[Esapi-user] Fortify vs ESAPI 2.0

Jim Manico jim.manico at owasp.org
Thu Feb 3 20:32:09 EST 2011

Very good point(s) Kevin. And thoughts on this John?

-Jim Manico

On Feb 2, 2011, at 10:00 PM, "Kevin W. Wall" <kevin.w.wall at gmail.com> wrote:

> On 02/02/2011 10:43 PM, Jeffrey Walton wrote:
>> On Wed, Feb 2, 2011 at 10:34 PM, Jim Manico <jim.manico at owasp.org> wrote:
>>> I'm running the latest version of Fortify 360 against the trunk of ESAPI 2.0.
> [SNIP]
>>> (and privacy issues leaking password data)
>>>   protected DefaultUser getUserFromRememberToken() {
>>>       try {
>>> .
>>> .
>>> .
>>>           String username = data[0];
>>>           String password = data[1];
>>>           System.out.println("DATA0: " + username);
>>>           System.out.println("DATA1:" + password);
>> The issue with passwords is confirmed. A Oracle/Sun example of PBE can
>> be found at http://download.oracle.com/javase/1.4.2/docs/guide/security/jce/JCERefGuide.html.
>> Scroll about half way down to "Using Password-Based Encryption":
>>    It would seem logical to collect and store the password in
>>    an object of type java.lang.String. However, here's the
>>    caveat: Objects of type String are immutable, i.e., there are
>>    no methods defined that allow you to change (overwrite) or
>>    zero out the contents of a String after usage. This feature
>>    makes String objects unsuitable for storing security sensitive
>>    information such as user passwords. You should always
>>    collect and store security sensitive information in a char
>>    array instead.
> True, that. And "leaking" it to stdout even worse. :)
> That said, in some sense you are screwed by the Java Servlet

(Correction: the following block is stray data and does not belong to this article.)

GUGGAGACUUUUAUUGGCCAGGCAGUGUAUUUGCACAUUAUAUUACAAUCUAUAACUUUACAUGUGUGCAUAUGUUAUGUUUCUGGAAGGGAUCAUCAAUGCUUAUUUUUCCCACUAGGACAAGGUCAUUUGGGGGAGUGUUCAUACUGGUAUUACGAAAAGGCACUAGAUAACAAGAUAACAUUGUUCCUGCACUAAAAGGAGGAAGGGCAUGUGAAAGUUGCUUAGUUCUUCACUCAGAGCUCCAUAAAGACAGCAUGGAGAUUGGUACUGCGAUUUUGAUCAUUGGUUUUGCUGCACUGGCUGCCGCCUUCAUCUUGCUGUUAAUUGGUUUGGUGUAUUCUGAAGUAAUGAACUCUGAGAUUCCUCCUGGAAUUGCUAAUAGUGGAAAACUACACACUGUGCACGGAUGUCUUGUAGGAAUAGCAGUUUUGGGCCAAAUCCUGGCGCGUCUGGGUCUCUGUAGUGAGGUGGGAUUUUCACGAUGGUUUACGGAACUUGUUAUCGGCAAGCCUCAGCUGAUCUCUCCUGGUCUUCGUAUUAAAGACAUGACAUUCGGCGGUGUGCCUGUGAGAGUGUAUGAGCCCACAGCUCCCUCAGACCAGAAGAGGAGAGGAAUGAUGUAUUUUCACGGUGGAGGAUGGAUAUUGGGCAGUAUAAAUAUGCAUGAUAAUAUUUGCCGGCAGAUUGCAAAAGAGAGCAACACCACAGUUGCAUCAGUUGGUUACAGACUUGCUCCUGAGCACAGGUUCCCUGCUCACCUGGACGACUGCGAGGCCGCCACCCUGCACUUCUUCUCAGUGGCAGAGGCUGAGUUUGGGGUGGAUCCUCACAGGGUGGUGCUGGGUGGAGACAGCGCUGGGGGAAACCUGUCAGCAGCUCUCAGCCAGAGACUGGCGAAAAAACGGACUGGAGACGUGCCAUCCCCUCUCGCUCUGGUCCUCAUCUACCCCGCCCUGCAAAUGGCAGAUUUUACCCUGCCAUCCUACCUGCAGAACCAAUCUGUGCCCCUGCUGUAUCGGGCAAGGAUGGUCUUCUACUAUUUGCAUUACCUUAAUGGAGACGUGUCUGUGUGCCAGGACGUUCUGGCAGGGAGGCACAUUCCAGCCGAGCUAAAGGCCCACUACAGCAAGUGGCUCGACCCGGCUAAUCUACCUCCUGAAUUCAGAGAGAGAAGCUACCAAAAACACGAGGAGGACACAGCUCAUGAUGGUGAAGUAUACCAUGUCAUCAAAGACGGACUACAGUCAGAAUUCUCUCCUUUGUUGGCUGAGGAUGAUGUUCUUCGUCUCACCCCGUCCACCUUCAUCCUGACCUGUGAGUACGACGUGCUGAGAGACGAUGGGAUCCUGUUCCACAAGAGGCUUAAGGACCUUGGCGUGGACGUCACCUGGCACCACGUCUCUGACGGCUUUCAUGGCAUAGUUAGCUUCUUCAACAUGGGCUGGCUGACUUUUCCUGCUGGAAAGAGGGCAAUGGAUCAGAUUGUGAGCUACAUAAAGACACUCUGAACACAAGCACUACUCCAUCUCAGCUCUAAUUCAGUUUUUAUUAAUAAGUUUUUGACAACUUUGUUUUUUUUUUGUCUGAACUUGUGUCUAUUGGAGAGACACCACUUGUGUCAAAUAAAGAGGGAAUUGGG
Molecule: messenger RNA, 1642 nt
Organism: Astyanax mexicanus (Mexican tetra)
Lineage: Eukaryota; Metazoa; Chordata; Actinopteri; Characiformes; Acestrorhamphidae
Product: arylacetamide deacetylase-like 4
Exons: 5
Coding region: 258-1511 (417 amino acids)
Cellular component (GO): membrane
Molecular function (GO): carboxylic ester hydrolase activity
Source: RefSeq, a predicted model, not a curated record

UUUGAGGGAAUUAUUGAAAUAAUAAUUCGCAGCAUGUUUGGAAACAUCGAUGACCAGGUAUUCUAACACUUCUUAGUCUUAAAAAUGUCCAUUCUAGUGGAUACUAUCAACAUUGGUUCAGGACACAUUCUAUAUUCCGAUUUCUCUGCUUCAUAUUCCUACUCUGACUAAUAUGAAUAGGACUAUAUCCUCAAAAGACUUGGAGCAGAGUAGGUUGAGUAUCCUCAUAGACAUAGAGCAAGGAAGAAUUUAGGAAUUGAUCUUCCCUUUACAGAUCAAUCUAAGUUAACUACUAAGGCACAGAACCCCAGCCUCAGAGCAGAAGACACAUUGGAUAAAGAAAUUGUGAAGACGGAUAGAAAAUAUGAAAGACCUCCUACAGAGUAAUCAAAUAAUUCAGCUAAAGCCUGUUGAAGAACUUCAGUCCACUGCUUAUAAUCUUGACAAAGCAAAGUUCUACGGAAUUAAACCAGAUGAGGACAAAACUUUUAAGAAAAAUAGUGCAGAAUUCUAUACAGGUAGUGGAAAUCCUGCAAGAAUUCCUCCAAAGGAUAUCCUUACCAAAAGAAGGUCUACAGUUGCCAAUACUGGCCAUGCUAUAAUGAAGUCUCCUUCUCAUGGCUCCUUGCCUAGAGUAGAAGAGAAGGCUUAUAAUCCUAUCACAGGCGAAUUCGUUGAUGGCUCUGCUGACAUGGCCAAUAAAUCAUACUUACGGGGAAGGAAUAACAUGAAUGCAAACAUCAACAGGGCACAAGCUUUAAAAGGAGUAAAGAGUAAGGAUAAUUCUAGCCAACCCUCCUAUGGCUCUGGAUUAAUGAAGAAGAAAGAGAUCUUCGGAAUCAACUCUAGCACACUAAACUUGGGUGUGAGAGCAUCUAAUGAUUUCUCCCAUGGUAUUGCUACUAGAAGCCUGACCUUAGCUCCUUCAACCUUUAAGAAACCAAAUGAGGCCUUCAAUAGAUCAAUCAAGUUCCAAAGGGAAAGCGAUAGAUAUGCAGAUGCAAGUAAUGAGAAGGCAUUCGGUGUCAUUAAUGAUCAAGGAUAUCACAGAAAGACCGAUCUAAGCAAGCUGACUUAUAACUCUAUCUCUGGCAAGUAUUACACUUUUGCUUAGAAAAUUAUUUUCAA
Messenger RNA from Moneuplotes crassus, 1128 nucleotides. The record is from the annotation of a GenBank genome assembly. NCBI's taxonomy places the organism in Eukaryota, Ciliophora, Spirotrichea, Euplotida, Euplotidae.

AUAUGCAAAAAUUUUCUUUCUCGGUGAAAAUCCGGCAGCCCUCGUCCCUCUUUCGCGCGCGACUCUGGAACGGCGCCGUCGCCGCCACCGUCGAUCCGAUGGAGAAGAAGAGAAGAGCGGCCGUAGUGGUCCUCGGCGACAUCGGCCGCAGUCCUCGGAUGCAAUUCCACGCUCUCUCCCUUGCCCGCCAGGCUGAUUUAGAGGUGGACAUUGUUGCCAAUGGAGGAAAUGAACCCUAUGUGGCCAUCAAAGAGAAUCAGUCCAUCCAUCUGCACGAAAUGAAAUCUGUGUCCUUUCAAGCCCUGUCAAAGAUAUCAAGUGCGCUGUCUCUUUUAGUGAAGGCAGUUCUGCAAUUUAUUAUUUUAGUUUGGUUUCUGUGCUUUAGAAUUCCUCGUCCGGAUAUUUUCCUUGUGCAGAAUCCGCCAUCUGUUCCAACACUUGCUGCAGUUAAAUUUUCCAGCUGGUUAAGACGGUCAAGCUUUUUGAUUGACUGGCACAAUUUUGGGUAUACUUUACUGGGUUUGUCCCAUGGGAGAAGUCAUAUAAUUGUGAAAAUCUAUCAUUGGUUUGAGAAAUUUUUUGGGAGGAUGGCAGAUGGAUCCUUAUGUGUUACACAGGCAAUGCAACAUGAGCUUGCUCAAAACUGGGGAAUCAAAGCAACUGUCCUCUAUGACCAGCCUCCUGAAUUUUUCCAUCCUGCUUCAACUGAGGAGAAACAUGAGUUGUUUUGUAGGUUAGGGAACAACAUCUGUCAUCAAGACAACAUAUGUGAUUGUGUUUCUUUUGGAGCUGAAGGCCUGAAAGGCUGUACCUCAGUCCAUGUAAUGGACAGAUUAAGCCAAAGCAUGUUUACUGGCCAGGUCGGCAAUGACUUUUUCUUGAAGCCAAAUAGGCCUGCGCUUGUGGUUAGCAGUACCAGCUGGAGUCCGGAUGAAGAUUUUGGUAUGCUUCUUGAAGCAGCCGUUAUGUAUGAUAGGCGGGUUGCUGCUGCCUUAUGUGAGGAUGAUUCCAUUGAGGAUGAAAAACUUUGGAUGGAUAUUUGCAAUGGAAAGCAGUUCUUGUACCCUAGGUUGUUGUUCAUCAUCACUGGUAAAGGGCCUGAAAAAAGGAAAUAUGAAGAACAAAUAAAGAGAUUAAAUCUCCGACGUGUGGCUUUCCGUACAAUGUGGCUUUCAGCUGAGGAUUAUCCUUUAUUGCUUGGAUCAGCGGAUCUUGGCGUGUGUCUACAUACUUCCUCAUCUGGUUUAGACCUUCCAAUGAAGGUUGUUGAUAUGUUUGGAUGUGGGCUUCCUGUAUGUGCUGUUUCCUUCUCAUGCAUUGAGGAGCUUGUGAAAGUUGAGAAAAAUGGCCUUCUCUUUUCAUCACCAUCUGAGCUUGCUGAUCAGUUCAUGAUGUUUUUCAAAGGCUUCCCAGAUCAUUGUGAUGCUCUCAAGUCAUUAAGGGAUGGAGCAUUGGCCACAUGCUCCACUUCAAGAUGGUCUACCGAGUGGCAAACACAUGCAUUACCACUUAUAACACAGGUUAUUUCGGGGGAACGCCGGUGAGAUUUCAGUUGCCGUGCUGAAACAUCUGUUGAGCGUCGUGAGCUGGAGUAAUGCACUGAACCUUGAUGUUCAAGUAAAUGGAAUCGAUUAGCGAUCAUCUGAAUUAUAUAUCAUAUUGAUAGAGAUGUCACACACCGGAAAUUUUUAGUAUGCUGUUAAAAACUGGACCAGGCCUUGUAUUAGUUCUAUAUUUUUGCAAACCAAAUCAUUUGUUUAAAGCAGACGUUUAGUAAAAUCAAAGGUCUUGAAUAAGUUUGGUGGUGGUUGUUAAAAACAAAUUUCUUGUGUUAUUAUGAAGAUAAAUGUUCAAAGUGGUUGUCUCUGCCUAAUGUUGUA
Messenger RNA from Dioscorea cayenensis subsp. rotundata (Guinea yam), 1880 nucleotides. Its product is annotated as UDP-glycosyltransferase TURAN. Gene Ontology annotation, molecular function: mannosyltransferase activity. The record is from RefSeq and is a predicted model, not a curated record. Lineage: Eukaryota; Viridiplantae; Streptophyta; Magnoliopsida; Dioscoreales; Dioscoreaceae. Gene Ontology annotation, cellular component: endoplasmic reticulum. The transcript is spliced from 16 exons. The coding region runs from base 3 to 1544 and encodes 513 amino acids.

> interface. The way that Sun (or should we blame it on Oracle now?)
> defined HttpServletRequest, just about any way that you are going
> to get any information from a web client is going to return a String.
> So, sure, you can xlate it into a char[] or byte[], but what do you
> do with the original String reference? The best you can hope for**
> is to set it to null and hope the GC runs and the memory is soon
> reused. (You dare not call System.gc(), at least not every time.)
> So in some sense you are screwed against certain attacks. Apparently
> the fools who wrote this particular API believed that no one ever
> shared servers and that all servers were otherwise secure.
> -kevin
> -------------
> ** In reality, if one is not using a Java SecurityManager, one can use
>   one of the clever reflection tricks described by Jeff Williams in
>   "Enterprise Java Rootkits" paper presented at BH USA 2009.
> -- 
> Kevin W. Wall
> "The most likely way for the world to be destroyed, most experts agree,
> is by accident. That's where we come in; we're computer professionals.
> We cause accidents."        -- Nathaniel Borenstein, co-creator of MIME
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